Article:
As the sun was shining much more brightly today I decided to repeat my measurements of the solar cell (Solar Cell Maximum Power Output (Hazy Sunshine) ) to try and obtain a more detailed view. This time I only took measurements in the range 600 Ohms to 10 Ohms, in steps of 100 Ohms down to 200 Ohms and then in steps of 10 Ohms. The graph is displayed below and seems much better.
This has produced a much better curve and shows that the peak power output of 426 mW is at 60 Ohms load, comprising 83 mA at 5.1 V, which is pretty impressive for such a small solar cell. Nearly 0,5 Watts. That's enough to run a small mobile robot, albeit on a very sunny day. Still, two of these solar cells would be more likely to work better and three would be even better.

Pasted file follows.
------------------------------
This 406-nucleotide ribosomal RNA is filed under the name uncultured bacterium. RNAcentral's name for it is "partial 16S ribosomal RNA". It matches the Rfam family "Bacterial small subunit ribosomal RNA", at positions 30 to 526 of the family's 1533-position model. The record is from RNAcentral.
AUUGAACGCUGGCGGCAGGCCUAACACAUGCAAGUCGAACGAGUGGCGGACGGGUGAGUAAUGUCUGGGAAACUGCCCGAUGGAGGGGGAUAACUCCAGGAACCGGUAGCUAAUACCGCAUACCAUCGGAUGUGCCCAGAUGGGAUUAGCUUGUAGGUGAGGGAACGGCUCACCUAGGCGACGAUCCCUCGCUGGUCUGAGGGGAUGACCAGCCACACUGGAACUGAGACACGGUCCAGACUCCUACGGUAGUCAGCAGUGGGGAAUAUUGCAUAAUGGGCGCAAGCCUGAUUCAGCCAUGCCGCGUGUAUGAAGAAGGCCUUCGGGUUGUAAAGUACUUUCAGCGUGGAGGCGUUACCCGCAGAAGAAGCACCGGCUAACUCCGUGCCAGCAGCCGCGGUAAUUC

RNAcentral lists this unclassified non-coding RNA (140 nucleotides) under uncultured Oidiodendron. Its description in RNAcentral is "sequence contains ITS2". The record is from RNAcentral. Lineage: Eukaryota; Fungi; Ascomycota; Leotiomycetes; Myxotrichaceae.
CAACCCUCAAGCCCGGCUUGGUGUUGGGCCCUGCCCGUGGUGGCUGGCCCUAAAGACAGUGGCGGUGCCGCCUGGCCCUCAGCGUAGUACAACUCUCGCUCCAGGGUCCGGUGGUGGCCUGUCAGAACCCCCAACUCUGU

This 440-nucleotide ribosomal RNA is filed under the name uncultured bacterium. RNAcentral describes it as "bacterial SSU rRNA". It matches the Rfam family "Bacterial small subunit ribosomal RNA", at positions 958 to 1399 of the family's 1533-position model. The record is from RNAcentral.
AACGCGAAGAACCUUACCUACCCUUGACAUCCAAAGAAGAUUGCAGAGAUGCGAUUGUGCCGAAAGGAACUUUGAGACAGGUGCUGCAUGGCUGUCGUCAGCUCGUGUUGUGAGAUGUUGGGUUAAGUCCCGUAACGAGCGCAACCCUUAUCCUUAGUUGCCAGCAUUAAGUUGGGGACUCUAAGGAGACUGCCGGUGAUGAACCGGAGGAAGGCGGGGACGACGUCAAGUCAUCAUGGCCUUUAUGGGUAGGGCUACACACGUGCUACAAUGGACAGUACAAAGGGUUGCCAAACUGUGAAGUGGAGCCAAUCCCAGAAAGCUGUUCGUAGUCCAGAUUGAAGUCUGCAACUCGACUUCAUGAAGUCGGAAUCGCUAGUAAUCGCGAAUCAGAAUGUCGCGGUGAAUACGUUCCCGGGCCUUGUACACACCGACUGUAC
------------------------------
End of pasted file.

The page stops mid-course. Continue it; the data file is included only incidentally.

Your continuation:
These solar cells have an area of 0.12 x 0.038 = 0.00456 square metres
Now work out how many of these solar cells are needed to make one square meter
Number = 1/0.00456 == 219.3
So if I have 219 of these solar cells I should be able to obtain a total power of:
Power = 219 x 0.428
= 93.9 W
I have had difficulty finding the average solar irradiation (insolation) in the south of the UK in May but I thought that it was about 800 Watts per square metre (some sources put it as low as 200 W m−2 ), but assuming 800 Wm−2 this would imply an efficiency of this solar cell of:
Efficiency = 93.9/800 x 100%
= 11.3 %
which seems about right for this type of solar cell.